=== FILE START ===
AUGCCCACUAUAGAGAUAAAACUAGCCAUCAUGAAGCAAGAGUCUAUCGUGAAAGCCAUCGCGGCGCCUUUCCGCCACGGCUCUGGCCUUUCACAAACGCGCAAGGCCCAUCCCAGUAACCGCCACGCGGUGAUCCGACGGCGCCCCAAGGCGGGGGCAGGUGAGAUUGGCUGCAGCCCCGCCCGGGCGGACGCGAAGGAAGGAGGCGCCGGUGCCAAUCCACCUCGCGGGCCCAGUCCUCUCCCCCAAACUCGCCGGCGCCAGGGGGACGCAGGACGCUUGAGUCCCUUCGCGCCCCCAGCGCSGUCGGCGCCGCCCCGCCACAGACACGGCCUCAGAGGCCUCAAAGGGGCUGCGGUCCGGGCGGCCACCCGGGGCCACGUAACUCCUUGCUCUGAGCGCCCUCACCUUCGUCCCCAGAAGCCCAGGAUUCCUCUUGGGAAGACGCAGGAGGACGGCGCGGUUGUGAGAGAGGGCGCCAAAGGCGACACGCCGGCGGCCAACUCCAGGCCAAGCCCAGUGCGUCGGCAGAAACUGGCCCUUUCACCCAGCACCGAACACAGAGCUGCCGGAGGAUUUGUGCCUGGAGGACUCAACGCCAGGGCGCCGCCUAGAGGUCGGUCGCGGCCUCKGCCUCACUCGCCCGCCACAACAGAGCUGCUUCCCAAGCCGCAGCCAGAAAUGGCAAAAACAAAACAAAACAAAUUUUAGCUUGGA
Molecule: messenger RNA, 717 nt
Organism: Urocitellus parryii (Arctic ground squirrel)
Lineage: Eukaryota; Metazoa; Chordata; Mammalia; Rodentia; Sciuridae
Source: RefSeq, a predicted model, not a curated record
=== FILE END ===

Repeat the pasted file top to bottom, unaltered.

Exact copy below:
AUGCCCACUAUAGAGAUAAAACUAGCCAUCAUGAAGCAAGAGUCUAUCGUGAAAGCCAUCGCGGCGCCUUUCCGCCACGGCUCUGGCCUUUCACAAACGCGCAAGGCCCAUCCCAGUAACCGCCACGCGGUGAUCCGACGGCGCCCCAAGGCGGGGGCAGGUGAGAUUGGCUGCAGCCCCGCCCGGGCGGACGCGAAGGAAGGAGGCGCCGGUGCCAAUCCACCUCGCGGGCCCAGUCCUCUCCCCCAAACUCGCCGGCGCCAGGGGGACGCAGGACGCUUGAGUCCCUUCGCGCCCCCAGCGCSGUCGGCGCCGCCCCGCCACAGACACGGCCUCAGAGGCCUCAAAGGGGCUGCGGUCCGGGCGGCCACCCGGGGCCACGUAACUCCUUGCUCUGAGCGCCCUCACCUUCGUCCCCAGAAGCCCAGGAUUCCUCUUGGGAAGACGCAGGAGGACGGCGCGGUUGUGAGAGAGGGCGCCAAAGGCGACACGCCGGCGGCCAACUCCAGGCCAAGCCCAGUGCGUCGGCAGAAACUGGCCCUUUCACCCAGCACCGAACACAGAGCUGCCGGAGGAUUUGUGCCUGGAGGACUCAACGCCAGGGCGCCGCCUAGAGGUCGGUCGCGGCCUCKGCCUCACUCGCCCGCCACAACAGAGCUGCUUCCCAAGCCGCAGCCAGAAAUGGCAAAAACAAAACAAAACAAAUUUUAGCUUGGA
Molecule: messenger RNA, 717 nt
Organism: Urocitellus parryii (Arctic ground squirrel)
Lineage: Eukaryota; Metazoa; Chordata; Mammalia; Rodentia; Sciuridae
Source: RefSeq, a predicted model, not a curated record